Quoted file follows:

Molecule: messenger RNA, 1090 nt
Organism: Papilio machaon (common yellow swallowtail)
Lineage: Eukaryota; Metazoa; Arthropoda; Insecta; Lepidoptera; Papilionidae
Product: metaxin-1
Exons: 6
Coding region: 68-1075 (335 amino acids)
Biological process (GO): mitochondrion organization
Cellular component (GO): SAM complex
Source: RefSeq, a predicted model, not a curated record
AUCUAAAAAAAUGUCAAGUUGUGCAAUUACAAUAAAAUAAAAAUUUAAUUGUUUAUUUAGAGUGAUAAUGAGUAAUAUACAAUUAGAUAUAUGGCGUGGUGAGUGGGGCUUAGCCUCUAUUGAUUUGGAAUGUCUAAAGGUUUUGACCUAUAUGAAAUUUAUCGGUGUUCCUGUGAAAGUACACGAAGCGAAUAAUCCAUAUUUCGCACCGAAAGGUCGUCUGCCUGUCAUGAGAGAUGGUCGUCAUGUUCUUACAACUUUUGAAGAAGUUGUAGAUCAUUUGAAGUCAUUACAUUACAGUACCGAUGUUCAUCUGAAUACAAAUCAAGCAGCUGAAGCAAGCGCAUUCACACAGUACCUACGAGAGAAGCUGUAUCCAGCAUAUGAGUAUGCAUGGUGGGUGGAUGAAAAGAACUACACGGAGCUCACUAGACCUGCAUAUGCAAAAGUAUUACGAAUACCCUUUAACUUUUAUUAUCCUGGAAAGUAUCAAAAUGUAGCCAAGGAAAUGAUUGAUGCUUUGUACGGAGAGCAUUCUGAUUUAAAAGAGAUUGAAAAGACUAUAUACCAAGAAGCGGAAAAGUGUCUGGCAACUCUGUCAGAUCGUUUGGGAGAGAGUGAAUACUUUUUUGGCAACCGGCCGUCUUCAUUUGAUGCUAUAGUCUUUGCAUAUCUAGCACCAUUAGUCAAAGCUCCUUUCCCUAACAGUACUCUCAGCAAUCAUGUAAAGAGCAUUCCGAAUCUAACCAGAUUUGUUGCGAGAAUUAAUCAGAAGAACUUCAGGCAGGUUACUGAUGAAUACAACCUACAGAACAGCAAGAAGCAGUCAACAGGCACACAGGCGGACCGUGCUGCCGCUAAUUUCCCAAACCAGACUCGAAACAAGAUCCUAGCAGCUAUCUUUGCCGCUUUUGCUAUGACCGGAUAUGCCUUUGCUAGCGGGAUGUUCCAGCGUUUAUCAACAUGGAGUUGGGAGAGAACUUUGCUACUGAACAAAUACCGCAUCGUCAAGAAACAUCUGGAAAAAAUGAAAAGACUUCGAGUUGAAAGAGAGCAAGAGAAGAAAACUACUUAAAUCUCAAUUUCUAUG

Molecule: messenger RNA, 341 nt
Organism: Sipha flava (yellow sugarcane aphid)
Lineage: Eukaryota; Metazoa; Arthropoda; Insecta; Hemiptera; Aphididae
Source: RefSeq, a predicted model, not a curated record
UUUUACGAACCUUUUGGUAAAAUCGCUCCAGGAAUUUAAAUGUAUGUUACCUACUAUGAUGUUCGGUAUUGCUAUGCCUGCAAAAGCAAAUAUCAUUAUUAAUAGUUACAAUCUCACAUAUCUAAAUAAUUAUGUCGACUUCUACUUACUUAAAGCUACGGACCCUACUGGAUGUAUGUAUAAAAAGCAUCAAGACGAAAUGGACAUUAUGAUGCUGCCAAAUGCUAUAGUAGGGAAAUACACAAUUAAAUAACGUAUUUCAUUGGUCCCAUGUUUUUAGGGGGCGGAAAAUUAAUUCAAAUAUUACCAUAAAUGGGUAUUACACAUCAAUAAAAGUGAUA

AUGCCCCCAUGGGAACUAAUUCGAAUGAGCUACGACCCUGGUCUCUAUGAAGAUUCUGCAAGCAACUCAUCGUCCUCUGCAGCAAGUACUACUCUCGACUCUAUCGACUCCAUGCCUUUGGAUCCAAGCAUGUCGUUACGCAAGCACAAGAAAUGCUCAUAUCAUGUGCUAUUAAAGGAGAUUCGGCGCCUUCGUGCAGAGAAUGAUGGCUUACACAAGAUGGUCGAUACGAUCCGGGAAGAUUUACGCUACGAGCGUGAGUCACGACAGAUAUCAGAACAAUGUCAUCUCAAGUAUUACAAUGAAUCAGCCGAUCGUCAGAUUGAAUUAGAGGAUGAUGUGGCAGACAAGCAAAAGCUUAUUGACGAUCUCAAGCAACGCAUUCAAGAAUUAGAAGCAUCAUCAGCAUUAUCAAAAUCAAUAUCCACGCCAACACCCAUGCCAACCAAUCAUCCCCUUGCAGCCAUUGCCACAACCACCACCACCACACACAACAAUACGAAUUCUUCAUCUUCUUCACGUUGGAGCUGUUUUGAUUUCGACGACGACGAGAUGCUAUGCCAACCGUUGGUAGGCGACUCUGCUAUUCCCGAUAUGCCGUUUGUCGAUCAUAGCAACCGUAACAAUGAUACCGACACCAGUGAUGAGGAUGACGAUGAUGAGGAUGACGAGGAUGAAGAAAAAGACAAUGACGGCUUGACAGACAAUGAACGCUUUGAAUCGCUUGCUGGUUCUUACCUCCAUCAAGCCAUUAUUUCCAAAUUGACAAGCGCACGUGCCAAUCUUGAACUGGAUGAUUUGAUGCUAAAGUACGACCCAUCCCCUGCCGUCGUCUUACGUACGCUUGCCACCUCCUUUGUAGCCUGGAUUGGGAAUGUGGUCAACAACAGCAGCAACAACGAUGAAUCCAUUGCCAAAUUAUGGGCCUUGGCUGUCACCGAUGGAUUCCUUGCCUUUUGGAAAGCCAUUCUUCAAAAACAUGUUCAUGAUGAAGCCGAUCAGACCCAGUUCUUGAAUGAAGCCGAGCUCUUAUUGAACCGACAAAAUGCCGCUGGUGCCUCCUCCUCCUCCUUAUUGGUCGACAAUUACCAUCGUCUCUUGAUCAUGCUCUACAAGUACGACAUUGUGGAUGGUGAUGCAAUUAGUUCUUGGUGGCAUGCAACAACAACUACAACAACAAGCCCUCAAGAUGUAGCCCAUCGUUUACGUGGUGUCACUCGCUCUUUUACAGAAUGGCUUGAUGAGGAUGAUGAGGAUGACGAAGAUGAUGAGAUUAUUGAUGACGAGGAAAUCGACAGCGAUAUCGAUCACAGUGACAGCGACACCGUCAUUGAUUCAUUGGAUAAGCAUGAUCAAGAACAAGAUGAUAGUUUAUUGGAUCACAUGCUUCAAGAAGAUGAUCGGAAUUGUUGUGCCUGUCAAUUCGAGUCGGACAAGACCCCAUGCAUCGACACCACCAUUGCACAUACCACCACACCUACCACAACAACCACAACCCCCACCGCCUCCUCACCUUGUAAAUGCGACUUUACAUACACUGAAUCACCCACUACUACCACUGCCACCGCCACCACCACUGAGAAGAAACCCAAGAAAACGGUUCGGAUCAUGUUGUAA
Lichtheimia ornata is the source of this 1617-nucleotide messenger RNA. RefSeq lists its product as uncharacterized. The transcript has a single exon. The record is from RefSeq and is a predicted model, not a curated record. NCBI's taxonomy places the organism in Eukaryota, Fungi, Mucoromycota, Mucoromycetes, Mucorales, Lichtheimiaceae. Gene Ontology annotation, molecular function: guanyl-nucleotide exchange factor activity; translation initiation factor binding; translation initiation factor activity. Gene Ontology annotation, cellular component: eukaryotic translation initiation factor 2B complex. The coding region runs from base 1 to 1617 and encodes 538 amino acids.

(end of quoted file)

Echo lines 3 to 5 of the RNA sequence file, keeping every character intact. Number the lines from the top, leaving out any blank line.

Lineage: Eukaryota; Metazoa; Arthropoda; Insecta; Lepidoptera; Papilionidae
Product: metaxin-1
Exons: 6